Welcome to Stunning Jodie Comer your newest source dedicated to the Emmy award winning British Actress Jodie Comer. Jodie is best known for her role as Villanelle in the TV Series Klling Eve but you also may recognise her as Elizabeth of York in the Starz TV Series The White Princess, as Ivy Moxam in the TV Mini-Series Thirteen and as Chloe Gemell in the TV Series My Mad Fat Diary. Jodie is set to star alongside Ryan Reynolds in Free Guy and alongside Ben Affleck and Matt Damon in The Last Duel. Stunning Jodie Comer aims to be your most up-to-date and comprehensive source for Jodie. Check back daily for all the latest news, photos and info. Thank you for visiting the site and supporting Jodie and her career!
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Smiling assassin Jodie is killing it

Louis Wise May 25, 2019

Article from The Australian.

She steals the show as the sexy, deadly star of Killing Eve. And Jodie Comer couldn’t be happier.

Jodie Comer recalls being ­starstruck three times, and this trio, it’s fair to say, are a rum bunch: Helen Mirren, newsreader ­Trevor McDonald and the bloke who played Sinbad in the old British soap Brookside, which was based in Liverpool. Now, you might find it easy to rank these, but the 26-year-old breakout star of last year’s breakout hit, the comic thriller Killing Eve, isn’t so sure. After all, spotting Sinbad was a big deal for the young Comer, who is a proud Scouser to the core; and she didn’t even dare go up to the ITN news legend when she ­spotted him at an awards ceremony. “Do you know what I mean?” she says in her broad Liverpool accent, of which there’s no trace in the show. “It’s not every day you see ­Trevor McDonald!”

It is fair to say, though, that Mirren might have had the most impact, and not just because Dame Helen knew who Comer was, too. “She said, ‘I know, I feel exactly the same,’ and hugged me,” the younger actress says now, still a little shocked. It’s Mirren’s career that Comer has in her sights, and, after Killing Eve, it looks entirely feasible.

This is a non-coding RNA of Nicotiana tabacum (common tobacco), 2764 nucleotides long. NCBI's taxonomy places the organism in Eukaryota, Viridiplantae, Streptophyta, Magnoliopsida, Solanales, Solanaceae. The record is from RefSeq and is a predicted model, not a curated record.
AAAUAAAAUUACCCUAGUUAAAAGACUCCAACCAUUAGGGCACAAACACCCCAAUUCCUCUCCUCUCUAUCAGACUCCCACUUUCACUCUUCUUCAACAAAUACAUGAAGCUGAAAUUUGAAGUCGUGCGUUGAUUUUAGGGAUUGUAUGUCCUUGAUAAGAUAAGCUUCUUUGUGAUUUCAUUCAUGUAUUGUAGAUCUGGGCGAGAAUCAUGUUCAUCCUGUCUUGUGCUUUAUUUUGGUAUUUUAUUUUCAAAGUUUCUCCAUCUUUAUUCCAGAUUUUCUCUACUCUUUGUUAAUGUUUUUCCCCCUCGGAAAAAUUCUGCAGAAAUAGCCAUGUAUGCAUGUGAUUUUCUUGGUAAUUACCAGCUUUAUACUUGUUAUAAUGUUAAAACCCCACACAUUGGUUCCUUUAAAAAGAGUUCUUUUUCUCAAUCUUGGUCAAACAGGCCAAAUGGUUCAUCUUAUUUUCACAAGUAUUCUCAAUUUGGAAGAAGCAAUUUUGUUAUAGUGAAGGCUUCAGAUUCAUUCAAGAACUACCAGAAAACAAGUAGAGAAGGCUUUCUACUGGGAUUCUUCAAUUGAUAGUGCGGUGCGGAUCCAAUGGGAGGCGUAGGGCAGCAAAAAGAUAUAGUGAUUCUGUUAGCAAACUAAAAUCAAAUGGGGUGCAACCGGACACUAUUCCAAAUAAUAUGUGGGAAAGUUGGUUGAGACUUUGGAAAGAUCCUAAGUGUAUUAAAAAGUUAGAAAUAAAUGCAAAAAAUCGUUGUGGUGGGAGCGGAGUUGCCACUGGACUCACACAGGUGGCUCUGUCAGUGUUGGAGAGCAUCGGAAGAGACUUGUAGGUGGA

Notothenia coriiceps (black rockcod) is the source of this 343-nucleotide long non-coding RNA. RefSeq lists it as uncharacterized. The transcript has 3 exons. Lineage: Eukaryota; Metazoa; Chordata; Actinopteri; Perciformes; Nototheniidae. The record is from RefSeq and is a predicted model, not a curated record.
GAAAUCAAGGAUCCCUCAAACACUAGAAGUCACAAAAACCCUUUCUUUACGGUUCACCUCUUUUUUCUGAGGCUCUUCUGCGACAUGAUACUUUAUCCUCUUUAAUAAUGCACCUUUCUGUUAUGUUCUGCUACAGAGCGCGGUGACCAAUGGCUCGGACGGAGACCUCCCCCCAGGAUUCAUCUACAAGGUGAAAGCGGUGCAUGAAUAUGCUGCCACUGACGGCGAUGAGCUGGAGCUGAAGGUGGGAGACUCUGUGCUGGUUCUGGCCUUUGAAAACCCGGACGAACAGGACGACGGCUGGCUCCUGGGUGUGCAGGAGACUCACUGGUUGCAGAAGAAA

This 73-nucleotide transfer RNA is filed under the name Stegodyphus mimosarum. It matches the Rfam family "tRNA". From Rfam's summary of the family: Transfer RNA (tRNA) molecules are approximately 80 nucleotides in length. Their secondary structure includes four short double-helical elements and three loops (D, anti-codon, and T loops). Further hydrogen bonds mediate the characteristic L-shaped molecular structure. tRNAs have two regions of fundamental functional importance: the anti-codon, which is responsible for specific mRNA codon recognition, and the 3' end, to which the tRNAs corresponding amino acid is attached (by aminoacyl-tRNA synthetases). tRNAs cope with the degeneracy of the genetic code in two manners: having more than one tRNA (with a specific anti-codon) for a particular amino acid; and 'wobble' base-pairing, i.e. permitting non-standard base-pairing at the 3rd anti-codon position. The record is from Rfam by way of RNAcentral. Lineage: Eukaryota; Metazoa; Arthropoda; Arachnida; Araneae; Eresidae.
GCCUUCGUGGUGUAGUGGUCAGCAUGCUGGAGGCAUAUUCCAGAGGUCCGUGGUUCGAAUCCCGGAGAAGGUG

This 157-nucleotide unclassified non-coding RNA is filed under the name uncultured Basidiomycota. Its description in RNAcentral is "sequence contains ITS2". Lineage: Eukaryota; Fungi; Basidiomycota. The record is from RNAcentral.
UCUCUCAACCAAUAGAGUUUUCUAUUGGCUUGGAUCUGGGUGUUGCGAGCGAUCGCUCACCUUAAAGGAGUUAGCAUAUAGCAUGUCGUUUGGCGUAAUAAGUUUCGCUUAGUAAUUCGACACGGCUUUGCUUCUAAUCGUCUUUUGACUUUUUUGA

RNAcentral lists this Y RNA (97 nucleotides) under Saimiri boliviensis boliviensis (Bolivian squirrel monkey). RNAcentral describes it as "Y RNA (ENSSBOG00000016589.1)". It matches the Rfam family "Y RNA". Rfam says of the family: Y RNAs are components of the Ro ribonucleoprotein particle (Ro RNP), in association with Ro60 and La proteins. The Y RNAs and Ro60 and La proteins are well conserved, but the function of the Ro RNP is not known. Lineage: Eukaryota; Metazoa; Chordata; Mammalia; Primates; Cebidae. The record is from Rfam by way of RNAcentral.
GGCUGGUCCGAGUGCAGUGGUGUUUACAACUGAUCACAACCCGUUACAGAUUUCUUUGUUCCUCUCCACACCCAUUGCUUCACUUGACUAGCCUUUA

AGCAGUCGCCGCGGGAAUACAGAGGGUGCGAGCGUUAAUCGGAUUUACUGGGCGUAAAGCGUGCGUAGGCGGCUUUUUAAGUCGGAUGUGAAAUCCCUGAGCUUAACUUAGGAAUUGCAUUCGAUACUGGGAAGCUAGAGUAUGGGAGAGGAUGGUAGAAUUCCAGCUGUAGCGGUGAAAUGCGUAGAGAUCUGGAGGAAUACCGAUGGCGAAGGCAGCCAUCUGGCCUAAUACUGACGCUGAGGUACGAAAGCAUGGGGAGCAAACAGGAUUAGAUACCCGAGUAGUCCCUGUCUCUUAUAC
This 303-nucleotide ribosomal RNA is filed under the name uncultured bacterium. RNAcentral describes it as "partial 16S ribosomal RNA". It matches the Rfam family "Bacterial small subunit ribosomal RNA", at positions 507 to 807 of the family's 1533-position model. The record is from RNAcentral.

In the series, she is Villanelle, the witty, scary assassin engaged in a drawn-out, long-distance, surprisingly sexy game of cat-and-mouse with said Eve, played by Sandra Oh. Before it aired, it very much seemed an Oh vehicle, but Comer, with her accents and personas, stole the show — and even our hearts, which is pretty good going given that she tends to kill at least one person per episode. At this month’s BAFTA awards she was crowned best actress, defeating a star line-up including Oh, and the show won best drama series. “I guess what’s interesting about Killing Eve is that you’re constantly switching between these two women,” Comer says. “I feel like neither of them is good or bad, nothing’s black or white. Sometimes you strangely agree with Villanelle, and sometimes you go, ‘Eve, why did you do that?’”

Well, yes. The ambiguities are a huge part of the attraction; the amorality is great fun. Still, ­Villanelle is bad, isn’t she? Comer laughs. “Yes, she is. Sorry, I’m always excusing her! No, she’s bad,” she says, as though having to remind herself of it. She has a habit of defending Villanelle. “What I loved about the violence in the show was that a lot of it was suggested; you didn’t see it,” she said last year. “Some of it was gruesome. There was a lot of humour in it, or artistry. I don’t know if this is the Villanelle in me, defending what she does.”